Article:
Obviously as a member of the NCIA with his CEO, Davis, Connett was aware there was little chance of what he and PRIDE were doing being reported to the government – as all compliance inspections were performed by the NCIA. In a contract with ATL Industries, a company out of Georgia, PRIDE was to receive bulk meats, grind the meats and add spices, flavorings, fillers and an assortment of other ingredients including breading. Once the products were made, they were then shipped nationwide to ATL’s clients – including dozens of government agencies, departments and facilities.
Simple enough, except the manufacturing of new products and shipping of prison made goods across state lines was illegal unless performed under the PIECP with inmates receiving proper wages and product packaging properly marked as made in a prison facility. A provision of federal law prohibits the sale of prison made goods to the US government in amounts exceeding $10,000 unless the workers making those products are paid at least the federal minimum wage – and ATL sold millions of dollars of these products to US agencies, armed forces and correctional institutions.
Not surprisingly, ATL was never informed that the PIECP required set wages or other compliance restrictions in distributing their products to the government or private customers through interstate commerce. They were told by PRIDE that the Pie Program authorized what they were doing and PRIDE was complying with federal requirements.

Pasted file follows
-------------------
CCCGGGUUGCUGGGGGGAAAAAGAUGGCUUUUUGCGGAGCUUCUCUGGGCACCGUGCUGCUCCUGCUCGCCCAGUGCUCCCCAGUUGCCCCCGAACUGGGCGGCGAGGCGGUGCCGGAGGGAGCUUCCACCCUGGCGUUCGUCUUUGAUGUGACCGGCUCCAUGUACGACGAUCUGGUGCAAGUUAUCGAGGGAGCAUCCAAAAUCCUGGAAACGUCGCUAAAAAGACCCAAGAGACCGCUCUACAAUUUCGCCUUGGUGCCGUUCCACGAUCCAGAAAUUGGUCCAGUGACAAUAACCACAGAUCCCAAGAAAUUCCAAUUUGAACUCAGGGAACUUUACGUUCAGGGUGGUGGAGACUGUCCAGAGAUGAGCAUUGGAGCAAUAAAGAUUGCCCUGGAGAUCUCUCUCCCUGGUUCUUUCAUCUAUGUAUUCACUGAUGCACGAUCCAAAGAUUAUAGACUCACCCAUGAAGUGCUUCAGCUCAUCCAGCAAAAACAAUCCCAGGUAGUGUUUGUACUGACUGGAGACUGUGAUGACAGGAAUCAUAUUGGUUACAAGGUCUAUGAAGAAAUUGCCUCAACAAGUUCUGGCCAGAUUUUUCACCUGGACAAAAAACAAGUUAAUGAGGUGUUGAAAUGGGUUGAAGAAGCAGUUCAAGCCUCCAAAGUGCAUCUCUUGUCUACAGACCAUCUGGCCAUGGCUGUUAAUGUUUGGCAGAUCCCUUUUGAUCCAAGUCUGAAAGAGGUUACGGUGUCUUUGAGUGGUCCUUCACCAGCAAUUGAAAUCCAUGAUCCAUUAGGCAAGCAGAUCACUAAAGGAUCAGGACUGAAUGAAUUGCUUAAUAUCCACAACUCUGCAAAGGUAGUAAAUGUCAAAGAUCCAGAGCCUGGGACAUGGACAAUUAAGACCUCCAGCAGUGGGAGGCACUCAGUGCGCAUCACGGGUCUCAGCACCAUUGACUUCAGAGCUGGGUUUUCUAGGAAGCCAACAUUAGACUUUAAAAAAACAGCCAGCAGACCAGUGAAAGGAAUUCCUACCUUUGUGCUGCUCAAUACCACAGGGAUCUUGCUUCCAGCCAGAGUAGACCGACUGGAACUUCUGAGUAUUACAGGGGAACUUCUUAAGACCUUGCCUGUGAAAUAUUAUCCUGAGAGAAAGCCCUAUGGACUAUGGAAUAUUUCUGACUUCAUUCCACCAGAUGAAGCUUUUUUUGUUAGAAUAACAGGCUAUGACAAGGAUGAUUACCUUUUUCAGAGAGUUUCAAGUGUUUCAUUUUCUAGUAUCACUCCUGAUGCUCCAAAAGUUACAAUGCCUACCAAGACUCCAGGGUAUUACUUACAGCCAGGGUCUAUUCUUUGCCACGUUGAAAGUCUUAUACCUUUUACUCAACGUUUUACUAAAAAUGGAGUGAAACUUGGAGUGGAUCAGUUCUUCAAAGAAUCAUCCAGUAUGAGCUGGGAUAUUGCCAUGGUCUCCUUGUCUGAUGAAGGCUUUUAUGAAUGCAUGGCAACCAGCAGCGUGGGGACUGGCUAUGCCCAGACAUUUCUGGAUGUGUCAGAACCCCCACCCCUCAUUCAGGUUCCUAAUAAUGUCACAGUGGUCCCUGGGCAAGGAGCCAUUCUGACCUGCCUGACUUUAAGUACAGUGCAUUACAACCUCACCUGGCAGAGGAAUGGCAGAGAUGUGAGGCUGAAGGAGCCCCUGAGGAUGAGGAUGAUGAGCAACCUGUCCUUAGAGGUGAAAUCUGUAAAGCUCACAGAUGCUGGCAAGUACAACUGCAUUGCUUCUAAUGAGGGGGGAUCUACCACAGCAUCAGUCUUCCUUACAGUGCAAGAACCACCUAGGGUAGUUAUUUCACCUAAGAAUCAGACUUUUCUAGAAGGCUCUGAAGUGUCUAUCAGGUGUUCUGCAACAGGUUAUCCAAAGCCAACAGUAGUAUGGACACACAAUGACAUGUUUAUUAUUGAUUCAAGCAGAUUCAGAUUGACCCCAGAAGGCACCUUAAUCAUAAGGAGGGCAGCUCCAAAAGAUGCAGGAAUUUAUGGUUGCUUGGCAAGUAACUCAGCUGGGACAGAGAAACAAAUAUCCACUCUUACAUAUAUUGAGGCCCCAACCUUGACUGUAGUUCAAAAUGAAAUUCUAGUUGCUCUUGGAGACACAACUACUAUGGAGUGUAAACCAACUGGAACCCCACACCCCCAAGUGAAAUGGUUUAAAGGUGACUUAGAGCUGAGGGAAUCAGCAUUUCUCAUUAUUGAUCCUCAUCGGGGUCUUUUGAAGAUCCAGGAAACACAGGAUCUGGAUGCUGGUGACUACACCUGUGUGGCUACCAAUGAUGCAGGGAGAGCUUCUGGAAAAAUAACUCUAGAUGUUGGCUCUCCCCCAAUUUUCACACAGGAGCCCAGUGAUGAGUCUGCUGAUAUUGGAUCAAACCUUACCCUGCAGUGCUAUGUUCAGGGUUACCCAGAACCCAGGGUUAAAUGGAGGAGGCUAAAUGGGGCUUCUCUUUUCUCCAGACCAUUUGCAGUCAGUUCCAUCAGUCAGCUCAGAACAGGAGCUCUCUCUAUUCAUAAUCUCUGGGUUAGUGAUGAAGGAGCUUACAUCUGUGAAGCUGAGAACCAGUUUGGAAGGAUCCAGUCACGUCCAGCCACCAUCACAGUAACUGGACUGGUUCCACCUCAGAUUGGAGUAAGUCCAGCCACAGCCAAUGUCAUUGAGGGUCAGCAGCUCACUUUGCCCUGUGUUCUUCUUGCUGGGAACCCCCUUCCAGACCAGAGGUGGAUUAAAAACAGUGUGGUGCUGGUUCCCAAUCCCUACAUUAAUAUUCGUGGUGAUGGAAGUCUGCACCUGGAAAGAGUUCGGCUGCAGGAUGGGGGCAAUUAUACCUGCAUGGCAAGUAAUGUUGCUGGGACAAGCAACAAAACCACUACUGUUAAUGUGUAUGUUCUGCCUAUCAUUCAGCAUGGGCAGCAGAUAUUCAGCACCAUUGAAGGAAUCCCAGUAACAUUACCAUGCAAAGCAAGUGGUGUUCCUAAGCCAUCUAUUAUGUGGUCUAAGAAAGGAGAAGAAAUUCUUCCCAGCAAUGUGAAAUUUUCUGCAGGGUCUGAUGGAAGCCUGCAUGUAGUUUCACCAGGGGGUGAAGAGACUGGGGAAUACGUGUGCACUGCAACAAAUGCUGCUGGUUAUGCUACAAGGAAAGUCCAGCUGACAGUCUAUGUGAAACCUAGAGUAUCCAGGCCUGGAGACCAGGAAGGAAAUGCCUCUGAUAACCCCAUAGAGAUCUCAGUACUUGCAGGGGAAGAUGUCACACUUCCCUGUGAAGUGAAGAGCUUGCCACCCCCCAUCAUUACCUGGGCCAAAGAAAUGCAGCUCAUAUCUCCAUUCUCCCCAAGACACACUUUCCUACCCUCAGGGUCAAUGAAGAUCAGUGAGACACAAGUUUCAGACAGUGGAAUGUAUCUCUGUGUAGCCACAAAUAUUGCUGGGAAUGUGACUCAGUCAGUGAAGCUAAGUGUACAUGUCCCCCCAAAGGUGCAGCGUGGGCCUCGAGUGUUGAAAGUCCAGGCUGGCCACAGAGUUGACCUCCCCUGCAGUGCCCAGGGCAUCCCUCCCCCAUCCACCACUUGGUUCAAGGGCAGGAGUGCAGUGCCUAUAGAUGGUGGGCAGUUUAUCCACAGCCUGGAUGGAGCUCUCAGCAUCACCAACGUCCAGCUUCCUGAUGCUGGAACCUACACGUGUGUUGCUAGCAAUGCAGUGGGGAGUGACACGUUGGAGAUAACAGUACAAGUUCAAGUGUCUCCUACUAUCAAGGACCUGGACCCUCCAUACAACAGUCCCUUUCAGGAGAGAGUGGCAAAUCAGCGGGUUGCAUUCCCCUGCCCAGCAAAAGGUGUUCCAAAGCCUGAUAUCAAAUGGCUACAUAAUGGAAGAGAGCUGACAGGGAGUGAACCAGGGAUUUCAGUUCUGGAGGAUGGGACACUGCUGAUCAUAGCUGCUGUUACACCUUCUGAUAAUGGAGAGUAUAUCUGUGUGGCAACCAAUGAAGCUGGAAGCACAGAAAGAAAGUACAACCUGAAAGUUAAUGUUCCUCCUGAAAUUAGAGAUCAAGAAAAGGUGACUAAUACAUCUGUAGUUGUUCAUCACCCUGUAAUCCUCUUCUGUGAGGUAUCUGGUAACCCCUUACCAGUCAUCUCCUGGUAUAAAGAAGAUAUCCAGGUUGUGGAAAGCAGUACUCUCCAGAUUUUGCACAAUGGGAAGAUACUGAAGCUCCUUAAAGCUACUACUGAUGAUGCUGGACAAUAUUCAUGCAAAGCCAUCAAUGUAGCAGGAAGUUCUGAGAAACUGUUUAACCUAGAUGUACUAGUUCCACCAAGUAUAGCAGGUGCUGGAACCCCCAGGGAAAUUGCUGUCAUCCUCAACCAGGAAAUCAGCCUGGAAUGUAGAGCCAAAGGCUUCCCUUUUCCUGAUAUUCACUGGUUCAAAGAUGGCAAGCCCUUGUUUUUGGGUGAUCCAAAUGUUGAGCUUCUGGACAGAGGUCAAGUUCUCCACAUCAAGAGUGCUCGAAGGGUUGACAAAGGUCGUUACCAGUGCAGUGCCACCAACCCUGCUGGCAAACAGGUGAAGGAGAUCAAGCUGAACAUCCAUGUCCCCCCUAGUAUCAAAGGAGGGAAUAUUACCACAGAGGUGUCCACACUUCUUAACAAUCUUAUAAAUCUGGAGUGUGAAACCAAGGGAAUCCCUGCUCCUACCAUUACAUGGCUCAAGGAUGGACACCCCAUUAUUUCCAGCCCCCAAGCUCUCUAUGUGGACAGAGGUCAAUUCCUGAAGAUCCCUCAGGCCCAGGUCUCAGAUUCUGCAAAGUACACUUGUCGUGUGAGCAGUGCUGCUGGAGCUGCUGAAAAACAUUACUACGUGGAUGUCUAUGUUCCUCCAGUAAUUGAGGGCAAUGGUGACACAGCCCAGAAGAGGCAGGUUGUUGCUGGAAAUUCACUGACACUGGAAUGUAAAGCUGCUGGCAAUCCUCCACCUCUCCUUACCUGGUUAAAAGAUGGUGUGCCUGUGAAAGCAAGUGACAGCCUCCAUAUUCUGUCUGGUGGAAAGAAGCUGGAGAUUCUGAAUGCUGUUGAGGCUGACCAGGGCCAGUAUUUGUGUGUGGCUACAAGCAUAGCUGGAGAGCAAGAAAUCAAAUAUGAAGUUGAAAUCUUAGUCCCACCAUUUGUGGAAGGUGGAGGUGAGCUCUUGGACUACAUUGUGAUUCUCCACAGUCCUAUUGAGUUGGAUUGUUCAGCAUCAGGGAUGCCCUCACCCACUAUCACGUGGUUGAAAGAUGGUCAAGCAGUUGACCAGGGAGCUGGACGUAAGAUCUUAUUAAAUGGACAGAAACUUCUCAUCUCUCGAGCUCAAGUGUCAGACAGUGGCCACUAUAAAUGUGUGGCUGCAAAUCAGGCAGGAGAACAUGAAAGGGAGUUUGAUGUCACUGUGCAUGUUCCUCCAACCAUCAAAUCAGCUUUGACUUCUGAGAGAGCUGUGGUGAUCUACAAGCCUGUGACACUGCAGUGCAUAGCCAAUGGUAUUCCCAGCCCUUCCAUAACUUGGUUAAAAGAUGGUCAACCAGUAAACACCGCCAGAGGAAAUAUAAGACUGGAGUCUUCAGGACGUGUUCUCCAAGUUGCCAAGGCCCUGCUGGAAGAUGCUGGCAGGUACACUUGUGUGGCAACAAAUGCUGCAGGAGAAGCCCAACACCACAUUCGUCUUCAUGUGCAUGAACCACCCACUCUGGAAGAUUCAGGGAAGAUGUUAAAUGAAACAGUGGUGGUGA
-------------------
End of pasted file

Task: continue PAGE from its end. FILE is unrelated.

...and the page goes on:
Connett wrote to PRIDE’s general counsel, falsely informing that the ATL contract called for inmates to “only” grind the bulk meats, freeze and ship the unfinished products right back to ATL for further processing. Connett had worked on the contract and knew these provisions to be false. Upon the assurances of Connett, the attorney approved the contract and advised it would be allowed under federal laws. Connett did not apply to the BJA for PIECP certification of this new project (PRIDE Union Foods Industry), nor did he or PRIDE even bother to advise the NCIA of this new operation.
From 2002 through most of 2007, the BJA nor anyone outside of PRIDE and the companies they made the products for, knew this food processing operation existed. The Marine corps who received a shipment of meat with pieces of plastic mixed in didn’t know. Schools, Kroger and Piggly Wiggly, cruise lines, hospitals and others had no idea inmates were making these products. Workers who used to work processing foods in private industries were unaware why their jobs were being lost as were contracts to competing processing companies.